Adrian Mixson, Library Director at Hall County Library System weighs in on an article about recent library trends in Governing via the library’s e-link newsletter:
I subscribe to Governing magazine electronically and usually read it shortly after the monthly is released. If you are not familiar with the magazine, it is probably the best publication currently out that addresses the most crucial issues facing state and local government. The June issue featured an article entitled Revolution in the Stacks: to appeal to a new generation some libraries are positioning themselves as places to create content, by Christopher Swope; pshew, but that is one long Library 2.0 subtitle.
Every new generation of librarians feel they are on the most cutting side of service. Many have yet to fund change so they fail to understand why institutional change can be slow. They have yet to learn that a measured response is much better than being a leader of the pack. They are frequently not held responsible when change is not successful so they risk nothing.
I salute the leaders of the pack. They get us thinking in new ways. Thank goodness for DOK, PLCMC, Georgia Tech, HCPL, Darien, etc. But I would agree that all libraries do not have to live at the bleeding edge of innovation. I urge those folks to follow the innovators and implement change when the time is right.
Here’s the link to Governing: http://www.governing.com/articles/0806libraries.htm
I have seen a lot of change in 30 years as a practicing librarian. Most of what gets passed off as new customer service ideas is just old ideas repackaged as new.
The ease of creating of digital information, the endless flow of ideas from the “crowd” of bloggers, YouTubers, Facebookers, etc, and the possibility for interaction online locally as well as globally has changed the way many folks do business, interact with government and engage with non-profits (among many others) cause me to disagree. We could never connect in the ways we can now. The mob is smart and it’s not going away.
Most of the real change comes in how to provide service with new formats. Just think of the challenges in how to store cassette, CD and long playing record versus book. If you ever handled ultrafiche – which put the Bible on a piece of film the size of your thumb – you begin to understand the interplay of lighting, electricity, equipment and patron use with the introduction of a new format. Unfortunately most of us cannot change library space at whimsy.
I’ve seen libraries that have created easily changeable spaces as they look to the future. Hopefully, more will follow suit when the time comes for new buildings or renovation. Planning flexible spaces may be one of the most important things we do as we go forward, including lighting, electricity and patron use. Part of that involves changing the mindset about what a library building is and could be without focussing on not changing because of space/facility.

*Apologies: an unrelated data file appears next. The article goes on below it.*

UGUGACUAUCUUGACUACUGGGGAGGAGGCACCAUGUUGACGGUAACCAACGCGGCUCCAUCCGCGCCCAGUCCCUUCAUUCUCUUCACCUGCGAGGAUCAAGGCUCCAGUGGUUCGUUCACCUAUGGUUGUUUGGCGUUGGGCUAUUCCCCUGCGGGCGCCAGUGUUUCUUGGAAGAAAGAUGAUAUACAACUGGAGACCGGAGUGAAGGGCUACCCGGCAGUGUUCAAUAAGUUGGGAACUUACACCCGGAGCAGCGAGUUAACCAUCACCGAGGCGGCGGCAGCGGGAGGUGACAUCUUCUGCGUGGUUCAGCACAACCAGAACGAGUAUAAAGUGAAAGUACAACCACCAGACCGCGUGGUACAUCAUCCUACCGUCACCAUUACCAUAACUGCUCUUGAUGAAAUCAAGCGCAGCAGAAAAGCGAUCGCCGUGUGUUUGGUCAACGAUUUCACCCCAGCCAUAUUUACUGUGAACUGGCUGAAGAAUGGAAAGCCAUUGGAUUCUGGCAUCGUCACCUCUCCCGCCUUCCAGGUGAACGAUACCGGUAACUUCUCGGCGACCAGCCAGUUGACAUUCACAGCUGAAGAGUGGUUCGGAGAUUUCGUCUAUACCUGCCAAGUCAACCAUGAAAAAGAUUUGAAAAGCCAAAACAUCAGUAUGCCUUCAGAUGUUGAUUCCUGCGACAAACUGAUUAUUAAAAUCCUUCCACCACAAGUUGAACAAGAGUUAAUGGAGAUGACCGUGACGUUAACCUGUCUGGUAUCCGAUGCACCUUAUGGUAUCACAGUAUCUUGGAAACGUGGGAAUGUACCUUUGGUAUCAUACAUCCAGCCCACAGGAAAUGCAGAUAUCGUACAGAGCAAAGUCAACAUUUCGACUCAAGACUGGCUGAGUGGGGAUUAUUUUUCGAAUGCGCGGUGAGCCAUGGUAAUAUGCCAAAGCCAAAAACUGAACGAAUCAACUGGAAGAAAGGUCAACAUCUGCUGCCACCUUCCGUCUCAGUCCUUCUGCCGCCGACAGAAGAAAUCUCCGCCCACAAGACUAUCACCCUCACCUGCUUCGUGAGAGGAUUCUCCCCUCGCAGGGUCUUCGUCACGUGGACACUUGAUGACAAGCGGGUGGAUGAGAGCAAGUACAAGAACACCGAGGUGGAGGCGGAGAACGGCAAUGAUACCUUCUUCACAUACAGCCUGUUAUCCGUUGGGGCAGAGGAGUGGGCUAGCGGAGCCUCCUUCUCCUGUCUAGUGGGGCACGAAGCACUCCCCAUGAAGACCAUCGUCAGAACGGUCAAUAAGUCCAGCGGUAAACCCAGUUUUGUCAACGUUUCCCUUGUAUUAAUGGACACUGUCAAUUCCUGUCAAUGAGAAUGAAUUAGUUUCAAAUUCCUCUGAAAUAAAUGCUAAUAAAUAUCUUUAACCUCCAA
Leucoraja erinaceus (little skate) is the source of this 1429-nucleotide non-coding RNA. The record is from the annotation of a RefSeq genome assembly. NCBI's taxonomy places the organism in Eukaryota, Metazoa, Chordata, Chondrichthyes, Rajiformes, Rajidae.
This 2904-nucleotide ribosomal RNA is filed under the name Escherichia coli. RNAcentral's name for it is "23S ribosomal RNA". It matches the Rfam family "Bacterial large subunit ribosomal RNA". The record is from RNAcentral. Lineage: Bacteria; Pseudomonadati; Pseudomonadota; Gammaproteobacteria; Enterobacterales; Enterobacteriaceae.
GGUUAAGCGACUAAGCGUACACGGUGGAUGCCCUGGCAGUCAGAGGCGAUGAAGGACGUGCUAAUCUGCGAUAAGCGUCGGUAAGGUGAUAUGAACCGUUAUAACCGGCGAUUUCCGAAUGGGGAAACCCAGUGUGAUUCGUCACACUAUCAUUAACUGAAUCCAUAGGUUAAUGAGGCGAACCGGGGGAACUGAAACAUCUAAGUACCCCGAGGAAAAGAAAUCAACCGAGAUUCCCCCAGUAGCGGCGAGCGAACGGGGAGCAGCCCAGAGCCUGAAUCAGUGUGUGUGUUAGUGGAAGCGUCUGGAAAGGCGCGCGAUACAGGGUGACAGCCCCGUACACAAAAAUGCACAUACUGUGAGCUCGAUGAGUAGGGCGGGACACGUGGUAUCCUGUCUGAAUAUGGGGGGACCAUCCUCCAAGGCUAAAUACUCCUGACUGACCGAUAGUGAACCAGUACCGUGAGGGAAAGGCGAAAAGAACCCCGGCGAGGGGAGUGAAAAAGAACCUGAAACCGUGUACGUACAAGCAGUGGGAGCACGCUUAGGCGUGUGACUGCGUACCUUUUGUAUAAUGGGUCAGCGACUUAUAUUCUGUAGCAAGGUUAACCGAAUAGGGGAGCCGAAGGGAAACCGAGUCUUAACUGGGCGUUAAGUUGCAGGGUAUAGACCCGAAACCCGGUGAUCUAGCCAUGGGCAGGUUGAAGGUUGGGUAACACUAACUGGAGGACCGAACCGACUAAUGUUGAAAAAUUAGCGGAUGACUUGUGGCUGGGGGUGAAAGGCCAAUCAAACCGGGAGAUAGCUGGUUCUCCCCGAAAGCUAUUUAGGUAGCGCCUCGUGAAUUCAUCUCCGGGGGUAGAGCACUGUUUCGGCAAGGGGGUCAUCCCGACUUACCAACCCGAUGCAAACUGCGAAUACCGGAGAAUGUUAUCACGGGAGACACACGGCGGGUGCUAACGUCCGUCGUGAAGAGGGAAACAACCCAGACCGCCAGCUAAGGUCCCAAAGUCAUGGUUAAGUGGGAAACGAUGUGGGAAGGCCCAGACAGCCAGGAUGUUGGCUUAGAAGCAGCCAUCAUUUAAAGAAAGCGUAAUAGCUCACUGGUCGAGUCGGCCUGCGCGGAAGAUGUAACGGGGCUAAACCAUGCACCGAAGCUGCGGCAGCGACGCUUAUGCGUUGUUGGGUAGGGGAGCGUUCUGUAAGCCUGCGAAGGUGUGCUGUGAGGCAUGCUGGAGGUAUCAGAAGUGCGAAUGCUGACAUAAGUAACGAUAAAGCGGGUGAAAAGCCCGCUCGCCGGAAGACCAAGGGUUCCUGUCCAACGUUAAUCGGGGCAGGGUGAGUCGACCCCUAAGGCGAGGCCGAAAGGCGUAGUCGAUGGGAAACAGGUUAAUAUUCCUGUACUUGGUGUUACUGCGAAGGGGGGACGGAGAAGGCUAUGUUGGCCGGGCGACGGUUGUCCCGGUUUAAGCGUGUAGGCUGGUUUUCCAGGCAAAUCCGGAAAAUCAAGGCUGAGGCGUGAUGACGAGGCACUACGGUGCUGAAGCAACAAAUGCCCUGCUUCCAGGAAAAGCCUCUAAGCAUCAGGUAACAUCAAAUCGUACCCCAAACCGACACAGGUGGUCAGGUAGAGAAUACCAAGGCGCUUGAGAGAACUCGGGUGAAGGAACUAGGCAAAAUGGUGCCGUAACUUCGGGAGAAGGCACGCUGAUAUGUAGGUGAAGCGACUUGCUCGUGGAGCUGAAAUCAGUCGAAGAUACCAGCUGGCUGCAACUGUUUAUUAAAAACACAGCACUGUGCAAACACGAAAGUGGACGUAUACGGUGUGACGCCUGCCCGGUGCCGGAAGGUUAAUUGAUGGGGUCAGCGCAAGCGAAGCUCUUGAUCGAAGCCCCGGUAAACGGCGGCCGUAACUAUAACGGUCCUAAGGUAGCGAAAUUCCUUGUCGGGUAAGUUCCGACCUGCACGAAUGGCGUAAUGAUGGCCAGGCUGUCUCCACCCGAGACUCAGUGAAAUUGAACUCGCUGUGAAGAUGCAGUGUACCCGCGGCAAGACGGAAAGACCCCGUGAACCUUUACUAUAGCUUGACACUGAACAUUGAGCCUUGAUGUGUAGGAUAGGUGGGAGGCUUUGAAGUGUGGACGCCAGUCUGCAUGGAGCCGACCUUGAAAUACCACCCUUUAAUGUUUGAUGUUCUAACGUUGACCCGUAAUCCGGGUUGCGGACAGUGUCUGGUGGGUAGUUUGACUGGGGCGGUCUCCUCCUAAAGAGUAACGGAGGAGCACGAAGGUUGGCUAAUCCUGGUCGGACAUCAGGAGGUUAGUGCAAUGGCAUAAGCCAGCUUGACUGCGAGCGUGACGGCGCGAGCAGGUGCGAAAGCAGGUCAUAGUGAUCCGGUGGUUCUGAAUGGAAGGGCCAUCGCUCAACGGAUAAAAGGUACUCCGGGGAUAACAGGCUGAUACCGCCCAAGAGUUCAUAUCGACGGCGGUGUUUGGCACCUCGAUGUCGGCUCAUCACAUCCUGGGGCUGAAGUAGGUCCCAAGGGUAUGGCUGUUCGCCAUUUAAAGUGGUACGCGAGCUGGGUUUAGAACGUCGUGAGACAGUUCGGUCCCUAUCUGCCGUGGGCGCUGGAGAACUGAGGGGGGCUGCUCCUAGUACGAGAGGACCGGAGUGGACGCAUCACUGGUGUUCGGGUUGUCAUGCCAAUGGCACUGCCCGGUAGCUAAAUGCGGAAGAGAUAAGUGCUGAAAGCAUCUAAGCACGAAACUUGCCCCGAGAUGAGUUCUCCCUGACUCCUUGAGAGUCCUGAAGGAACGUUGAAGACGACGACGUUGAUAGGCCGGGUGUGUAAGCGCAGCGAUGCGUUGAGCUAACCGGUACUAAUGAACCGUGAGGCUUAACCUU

Librarians have always worried about losing the young adult reader and needing to provide new services and space to keep them coming back. This is not new. I once chased a fellow out of a library for skating about on roller blades. I know if we had made the main stairwell a roller blade park, the kids would have been there. I would have probably bought a coke and sat during lunch watching them jump on the stair rail and skate down. I just did not think this was the creative content appropriate for the location.
I’m reminded of Stephen Abram’s take on skateboards. It isn’t new but boy do I worry about how some teens are treated in some libraries.
Later: (emphasis mine)
There are new ideas about library service and some sound like fun. If you just convince your elected officials to give this library the money, we will be Wii-ing, You Tubing and blogging with the best. But libraries are still the bastions for ideas and they are important, and if at any time you feel that is not so then try reading Azar Nafisi’s Reading Lolita in Tehran. Somewhere on this globe people still die for a good book!
Ideas are important! All kinds – including those shared on a library blog or via a library YouTube contest.Or between strategizing youth at a game competetion hosted by the library. I hope the folks of Hall County respond that maybe some Wii, a blog and such might be useful. I’d especially think the young adult librarians there might find such tools useful.
Maybe the resources that will come from the $1 Million grant from Verizon to ALA for gaming will help folks understand the importance of this trend in libraries:
“In today’s technology-driven world, where learning does not stop at the classroom, the role of libraries in supporting literacy and learning is more critical than ever before,” said Verizon Foundation President Patrick Gaston. “Gaming for learning presents a tremendous opportunity for libraries to further literacy skills in children as well as adults.”
Maybe allocating just a bit of the Hall County Library budget for emerging digital tools for literacy and some exploration of Web 2.0 might be just the ticket for this library’s staff and ultimately, its users.
I’d post these comments about Mixson’s letter at the elink newsletter site, but I see no way to do so. I think I need some time anyway to ponder these points further. Take a look at the letter, and let me know what you think.